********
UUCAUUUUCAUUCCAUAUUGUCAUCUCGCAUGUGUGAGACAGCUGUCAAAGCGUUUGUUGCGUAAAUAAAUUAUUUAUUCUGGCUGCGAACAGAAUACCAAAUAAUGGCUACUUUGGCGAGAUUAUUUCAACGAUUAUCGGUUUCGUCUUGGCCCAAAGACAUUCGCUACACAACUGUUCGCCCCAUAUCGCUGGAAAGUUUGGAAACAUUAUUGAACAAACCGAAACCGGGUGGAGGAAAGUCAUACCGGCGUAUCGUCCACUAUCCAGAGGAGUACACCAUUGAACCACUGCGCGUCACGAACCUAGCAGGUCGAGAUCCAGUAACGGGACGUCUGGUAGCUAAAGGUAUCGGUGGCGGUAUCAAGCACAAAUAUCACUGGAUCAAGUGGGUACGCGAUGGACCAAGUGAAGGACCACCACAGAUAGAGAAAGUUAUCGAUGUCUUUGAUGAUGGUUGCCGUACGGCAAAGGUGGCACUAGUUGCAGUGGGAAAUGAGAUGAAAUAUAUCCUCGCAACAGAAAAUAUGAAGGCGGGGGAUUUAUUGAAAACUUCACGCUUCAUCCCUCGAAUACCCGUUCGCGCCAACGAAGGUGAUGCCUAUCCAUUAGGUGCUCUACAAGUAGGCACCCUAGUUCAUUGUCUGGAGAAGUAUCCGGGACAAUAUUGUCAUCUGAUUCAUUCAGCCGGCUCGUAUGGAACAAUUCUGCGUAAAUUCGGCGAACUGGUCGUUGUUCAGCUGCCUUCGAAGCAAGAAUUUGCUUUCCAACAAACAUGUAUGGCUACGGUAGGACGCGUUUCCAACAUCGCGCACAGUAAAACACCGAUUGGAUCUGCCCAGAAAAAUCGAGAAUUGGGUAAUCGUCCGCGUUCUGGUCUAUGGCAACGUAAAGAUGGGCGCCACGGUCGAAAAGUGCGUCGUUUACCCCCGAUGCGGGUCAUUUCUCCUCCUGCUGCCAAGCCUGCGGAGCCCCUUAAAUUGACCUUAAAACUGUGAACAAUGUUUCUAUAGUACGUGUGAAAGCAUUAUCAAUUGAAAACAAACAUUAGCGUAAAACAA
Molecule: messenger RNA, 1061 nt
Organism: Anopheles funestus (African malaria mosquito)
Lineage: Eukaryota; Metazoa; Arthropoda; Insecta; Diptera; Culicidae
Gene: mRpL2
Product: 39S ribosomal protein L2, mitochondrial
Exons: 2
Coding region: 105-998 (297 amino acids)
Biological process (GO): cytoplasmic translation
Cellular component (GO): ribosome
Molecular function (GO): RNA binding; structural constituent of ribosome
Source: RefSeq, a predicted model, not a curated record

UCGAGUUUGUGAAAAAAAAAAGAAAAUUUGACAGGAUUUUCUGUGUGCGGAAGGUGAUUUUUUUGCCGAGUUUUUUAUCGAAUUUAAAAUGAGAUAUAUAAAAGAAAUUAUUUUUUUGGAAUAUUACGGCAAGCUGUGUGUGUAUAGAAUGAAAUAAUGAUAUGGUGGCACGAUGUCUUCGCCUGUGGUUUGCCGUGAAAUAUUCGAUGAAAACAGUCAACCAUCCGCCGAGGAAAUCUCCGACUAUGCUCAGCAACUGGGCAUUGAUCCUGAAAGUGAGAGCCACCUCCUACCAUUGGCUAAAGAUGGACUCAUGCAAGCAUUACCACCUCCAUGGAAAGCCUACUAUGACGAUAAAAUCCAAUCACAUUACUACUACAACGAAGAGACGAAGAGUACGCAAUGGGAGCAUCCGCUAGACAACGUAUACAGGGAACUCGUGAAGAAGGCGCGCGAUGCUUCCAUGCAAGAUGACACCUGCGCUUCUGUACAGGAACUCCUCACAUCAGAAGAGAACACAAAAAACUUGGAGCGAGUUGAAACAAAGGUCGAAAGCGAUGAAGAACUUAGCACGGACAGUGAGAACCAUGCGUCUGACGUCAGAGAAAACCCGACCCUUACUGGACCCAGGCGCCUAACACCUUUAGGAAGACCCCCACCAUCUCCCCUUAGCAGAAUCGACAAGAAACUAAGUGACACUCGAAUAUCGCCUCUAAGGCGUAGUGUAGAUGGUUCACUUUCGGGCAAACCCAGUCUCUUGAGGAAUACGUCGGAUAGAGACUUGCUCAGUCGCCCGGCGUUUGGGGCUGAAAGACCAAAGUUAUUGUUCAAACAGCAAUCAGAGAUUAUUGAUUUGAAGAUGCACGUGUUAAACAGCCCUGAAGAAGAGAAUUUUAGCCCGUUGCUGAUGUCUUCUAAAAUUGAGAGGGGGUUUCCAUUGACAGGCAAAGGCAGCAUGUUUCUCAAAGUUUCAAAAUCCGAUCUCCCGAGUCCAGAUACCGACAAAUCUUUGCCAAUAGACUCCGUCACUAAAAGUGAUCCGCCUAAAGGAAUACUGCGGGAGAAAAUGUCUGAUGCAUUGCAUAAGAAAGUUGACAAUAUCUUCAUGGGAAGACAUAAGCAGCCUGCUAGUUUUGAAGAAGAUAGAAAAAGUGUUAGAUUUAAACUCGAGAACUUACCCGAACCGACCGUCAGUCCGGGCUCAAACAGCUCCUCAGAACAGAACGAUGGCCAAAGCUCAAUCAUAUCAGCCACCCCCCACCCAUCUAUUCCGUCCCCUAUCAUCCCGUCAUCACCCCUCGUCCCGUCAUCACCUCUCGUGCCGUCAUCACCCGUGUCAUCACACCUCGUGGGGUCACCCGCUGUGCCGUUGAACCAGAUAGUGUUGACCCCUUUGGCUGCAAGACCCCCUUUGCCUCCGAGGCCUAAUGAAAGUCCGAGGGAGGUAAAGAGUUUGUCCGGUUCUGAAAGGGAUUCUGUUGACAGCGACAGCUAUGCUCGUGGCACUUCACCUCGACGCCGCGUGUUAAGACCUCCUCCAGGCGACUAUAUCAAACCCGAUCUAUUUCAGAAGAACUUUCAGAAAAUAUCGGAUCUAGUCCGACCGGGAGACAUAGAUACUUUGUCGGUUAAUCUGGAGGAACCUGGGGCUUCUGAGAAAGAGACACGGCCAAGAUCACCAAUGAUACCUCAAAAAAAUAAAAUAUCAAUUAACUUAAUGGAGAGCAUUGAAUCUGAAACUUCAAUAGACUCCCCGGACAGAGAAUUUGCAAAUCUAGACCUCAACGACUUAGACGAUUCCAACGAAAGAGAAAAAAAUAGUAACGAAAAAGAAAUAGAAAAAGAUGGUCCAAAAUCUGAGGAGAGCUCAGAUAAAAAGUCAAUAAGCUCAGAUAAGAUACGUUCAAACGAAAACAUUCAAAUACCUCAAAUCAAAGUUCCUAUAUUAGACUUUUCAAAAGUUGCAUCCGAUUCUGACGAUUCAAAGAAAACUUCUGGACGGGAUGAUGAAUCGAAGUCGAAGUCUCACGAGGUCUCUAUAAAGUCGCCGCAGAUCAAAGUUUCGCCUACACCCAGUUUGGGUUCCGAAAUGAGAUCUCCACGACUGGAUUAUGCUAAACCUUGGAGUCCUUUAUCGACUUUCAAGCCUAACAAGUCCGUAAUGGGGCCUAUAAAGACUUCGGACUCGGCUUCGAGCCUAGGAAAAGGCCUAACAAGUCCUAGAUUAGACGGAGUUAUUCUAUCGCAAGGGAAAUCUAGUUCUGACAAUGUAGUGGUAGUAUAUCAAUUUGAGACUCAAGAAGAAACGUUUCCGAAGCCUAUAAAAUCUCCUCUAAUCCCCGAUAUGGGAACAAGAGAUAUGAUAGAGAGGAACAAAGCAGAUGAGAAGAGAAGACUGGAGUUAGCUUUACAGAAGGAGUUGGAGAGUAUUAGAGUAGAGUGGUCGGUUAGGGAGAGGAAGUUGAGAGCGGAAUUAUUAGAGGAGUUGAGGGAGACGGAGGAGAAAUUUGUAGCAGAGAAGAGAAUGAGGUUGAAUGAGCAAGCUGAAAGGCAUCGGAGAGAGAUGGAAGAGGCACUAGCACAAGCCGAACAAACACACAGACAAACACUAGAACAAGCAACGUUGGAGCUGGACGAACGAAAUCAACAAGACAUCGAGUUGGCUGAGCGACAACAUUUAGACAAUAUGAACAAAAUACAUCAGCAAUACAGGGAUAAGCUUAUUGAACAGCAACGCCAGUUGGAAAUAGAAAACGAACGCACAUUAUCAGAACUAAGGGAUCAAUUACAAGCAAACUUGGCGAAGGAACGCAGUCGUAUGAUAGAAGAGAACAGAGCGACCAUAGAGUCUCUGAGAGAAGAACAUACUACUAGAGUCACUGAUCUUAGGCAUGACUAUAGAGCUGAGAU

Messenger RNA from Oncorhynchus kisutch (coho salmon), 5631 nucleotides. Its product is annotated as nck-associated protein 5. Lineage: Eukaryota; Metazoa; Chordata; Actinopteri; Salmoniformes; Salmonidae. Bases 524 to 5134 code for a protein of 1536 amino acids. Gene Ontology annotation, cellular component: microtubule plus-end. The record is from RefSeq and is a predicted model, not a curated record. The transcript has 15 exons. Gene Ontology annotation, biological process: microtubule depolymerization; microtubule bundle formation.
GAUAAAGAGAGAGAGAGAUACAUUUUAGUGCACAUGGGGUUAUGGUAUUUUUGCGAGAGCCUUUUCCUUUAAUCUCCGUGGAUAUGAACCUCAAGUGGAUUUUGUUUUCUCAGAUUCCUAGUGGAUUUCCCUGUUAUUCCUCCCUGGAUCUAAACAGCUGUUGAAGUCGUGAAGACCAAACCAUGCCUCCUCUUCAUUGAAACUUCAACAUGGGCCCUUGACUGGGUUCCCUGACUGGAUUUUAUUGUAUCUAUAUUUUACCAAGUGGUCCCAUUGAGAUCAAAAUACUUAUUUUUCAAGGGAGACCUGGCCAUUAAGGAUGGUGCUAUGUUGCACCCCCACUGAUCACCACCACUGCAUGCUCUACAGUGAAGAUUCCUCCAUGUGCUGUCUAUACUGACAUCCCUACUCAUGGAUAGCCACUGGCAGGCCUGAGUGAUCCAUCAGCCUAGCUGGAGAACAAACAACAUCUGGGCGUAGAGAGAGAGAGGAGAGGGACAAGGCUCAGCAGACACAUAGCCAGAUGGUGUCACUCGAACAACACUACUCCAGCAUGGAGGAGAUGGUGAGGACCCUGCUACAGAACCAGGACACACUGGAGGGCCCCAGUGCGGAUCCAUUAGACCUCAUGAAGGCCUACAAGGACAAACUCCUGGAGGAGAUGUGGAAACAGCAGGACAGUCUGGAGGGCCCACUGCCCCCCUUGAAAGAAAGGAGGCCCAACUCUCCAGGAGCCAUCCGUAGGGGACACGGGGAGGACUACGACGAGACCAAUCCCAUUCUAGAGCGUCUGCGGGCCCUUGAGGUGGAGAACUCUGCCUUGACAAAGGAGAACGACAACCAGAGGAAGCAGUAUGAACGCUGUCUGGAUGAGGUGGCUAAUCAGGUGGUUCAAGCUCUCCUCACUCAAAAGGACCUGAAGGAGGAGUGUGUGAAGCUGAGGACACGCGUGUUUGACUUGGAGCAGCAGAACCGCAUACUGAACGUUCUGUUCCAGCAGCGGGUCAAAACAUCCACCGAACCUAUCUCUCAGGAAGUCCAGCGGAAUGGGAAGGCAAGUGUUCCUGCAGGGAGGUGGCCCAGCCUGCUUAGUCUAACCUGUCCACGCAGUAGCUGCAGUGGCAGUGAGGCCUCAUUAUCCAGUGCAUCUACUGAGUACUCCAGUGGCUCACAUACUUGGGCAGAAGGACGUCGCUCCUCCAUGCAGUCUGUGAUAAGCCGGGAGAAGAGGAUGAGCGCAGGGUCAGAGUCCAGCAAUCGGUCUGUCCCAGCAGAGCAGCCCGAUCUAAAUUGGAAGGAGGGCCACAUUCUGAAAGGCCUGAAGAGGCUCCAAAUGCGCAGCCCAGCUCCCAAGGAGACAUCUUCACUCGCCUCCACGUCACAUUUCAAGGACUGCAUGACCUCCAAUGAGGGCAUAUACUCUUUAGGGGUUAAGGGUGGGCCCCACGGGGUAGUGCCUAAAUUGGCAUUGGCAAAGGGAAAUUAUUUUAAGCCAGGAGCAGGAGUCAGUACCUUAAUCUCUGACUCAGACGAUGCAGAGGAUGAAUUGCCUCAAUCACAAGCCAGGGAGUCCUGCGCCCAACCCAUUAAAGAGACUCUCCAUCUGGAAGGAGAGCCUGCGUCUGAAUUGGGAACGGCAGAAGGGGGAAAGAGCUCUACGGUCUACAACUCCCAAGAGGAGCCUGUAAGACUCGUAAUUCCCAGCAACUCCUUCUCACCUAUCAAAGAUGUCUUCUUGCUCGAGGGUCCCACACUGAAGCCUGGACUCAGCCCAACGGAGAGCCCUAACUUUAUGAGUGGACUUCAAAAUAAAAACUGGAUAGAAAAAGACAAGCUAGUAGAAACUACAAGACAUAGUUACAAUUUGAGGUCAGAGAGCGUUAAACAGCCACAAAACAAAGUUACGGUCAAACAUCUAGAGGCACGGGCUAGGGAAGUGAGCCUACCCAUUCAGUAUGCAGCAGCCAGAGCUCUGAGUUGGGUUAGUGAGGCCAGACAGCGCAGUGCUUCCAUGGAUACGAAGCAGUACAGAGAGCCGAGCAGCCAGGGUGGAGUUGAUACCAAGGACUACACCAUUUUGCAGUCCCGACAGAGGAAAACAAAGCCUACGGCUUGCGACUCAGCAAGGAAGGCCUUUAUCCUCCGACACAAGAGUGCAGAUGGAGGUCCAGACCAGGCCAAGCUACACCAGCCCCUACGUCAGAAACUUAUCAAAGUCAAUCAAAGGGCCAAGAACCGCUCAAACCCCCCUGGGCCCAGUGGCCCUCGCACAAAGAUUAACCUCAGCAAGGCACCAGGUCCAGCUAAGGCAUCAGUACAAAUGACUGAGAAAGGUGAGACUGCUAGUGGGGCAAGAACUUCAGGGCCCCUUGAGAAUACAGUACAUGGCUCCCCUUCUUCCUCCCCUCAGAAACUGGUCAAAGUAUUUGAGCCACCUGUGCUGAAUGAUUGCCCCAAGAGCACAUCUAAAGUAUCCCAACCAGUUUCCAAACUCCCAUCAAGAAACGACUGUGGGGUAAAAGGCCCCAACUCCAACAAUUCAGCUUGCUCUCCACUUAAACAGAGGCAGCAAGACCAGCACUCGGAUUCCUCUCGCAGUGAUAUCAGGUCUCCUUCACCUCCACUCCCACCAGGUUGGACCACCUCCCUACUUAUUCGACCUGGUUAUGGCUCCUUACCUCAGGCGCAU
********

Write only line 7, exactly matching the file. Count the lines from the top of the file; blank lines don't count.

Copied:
Exons: 2